If we were to have a reboot of one of the greatest superhero films made, The Amazing Spider-Man would be that movie. What exactly can be said about the film that will accurately do it justice? That it is exciting, suspenseful and displays visual effects that leave the old one in the dust? That the writing is just as acute and skilled as the direction is? That Andrew Garfield has perfect chemistry with Emma Stone? No. Instead, the film is best described in one word: amazing.

Taking place in an alternate reality, not related to the Sam Raimi trilogy, The Amazing Spider-Man follows the story of Peter Parker (Andrew Garfield), a  teenager struggling through high school. Living with his Aunt May (Sally Fields) and Uncle Ben (Martin Sheen), Peter peers deeper into his mysterious past when he discovers a briefcase belonging to his deceased father, Richard (Campbell Scott), in his basement. As he scrounges through the contents, all objects in the briefcase point to one company Richard was working for before his death — Oscorp. 

The rest of the story is on repeat from the first Spider-Man. The repeat, however, isn’t what we care about. The Amazing Spider-Man is done with a new style, energy and attitude to it and is much spunkier, more youthful and livelier than the original one. Director Marc Webb (500 Days Of Summer) makes The Amazing Spider-Man as he sees it — A young man using his powers for playful, mischievous reasons rather than the heroic acts of courage and responsibility that most heroes are known for, being very jokey and sarcastic while  apprehending a criminal or web-swinging past bystanders.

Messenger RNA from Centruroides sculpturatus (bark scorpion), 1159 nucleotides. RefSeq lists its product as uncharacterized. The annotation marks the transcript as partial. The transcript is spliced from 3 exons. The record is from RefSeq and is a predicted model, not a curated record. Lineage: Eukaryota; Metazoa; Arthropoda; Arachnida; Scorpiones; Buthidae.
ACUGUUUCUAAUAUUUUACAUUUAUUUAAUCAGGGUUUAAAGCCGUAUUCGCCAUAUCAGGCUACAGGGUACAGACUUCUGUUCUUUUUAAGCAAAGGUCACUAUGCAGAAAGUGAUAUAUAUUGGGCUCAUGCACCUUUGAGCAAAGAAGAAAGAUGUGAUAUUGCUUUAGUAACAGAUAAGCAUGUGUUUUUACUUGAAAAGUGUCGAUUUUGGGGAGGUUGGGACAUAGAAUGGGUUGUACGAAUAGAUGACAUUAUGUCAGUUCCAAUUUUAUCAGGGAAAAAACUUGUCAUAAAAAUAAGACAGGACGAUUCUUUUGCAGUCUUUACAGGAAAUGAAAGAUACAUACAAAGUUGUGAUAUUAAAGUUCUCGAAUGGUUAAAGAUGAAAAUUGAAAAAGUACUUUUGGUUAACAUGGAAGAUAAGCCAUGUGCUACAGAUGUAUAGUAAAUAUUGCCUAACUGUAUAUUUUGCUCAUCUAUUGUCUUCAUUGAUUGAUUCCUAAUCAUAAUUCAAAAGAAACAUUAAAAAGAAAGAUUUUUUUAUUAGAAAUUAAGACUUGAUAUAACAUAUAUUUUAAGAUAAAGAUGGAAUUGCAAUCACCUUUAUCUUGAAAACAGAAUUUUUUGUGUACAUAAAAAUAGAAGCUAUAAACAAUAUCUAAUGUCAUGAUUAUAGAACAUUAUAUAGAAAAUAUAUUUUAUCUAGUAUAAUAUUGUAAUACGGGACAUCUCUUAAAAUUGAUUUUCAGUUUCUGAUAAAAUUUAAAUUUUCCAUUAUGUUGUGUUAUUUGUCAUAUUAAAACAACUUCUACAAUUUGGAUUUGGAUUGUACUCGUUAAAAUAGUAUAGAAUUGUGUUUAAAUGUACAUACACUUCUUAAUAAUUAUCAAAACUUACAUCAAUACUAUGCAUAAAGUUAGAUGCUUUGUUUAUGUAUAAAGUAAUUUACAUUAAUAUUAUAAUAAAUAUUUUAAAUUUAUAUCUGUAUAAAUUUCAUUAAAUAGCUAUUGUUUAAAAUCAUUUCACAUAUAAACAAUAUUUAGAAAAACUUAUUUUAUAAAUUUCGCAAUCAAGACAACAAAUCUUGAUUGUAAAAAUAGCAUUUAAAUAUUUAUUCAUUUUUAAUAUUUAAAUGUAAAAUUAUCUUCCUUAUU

Garfield, also, does a brilliant job in portraying Peter Parker. His role differs greatly from the 2002 version portrayed by Tobey Maguire, but that is more than OK. This Peter Parker is not only more sarcastic, wittier and funnier than his 2002 counterpart, but Garfield is also very emotional as Peter, perfectly portraying all of Peter’s emotions from happiness to sadness, to anger to grief, as he tries to discover what really happened to his parents all those years ago. 

No, this isn’t as masterful as the original Spider-Man film, mainly because the script doesn’t address Spidey’s themes of power and responsibility in the way that Raimi’s film did. This, however, is just a minor flaw that can be easily overlooked. 

The Amazing Spider-Man releases on DVD and Blu-ray on Nov. 9.  

Follow David Dunn on Twitter @heliconerman89 or email him at davidadunn@mavs.uta.edu.

David Dunn is an aspiring filmmaker, critic, and analyst currently attending the University of Texas at Arlington, and writes for the newspaper, The Shorthorn.

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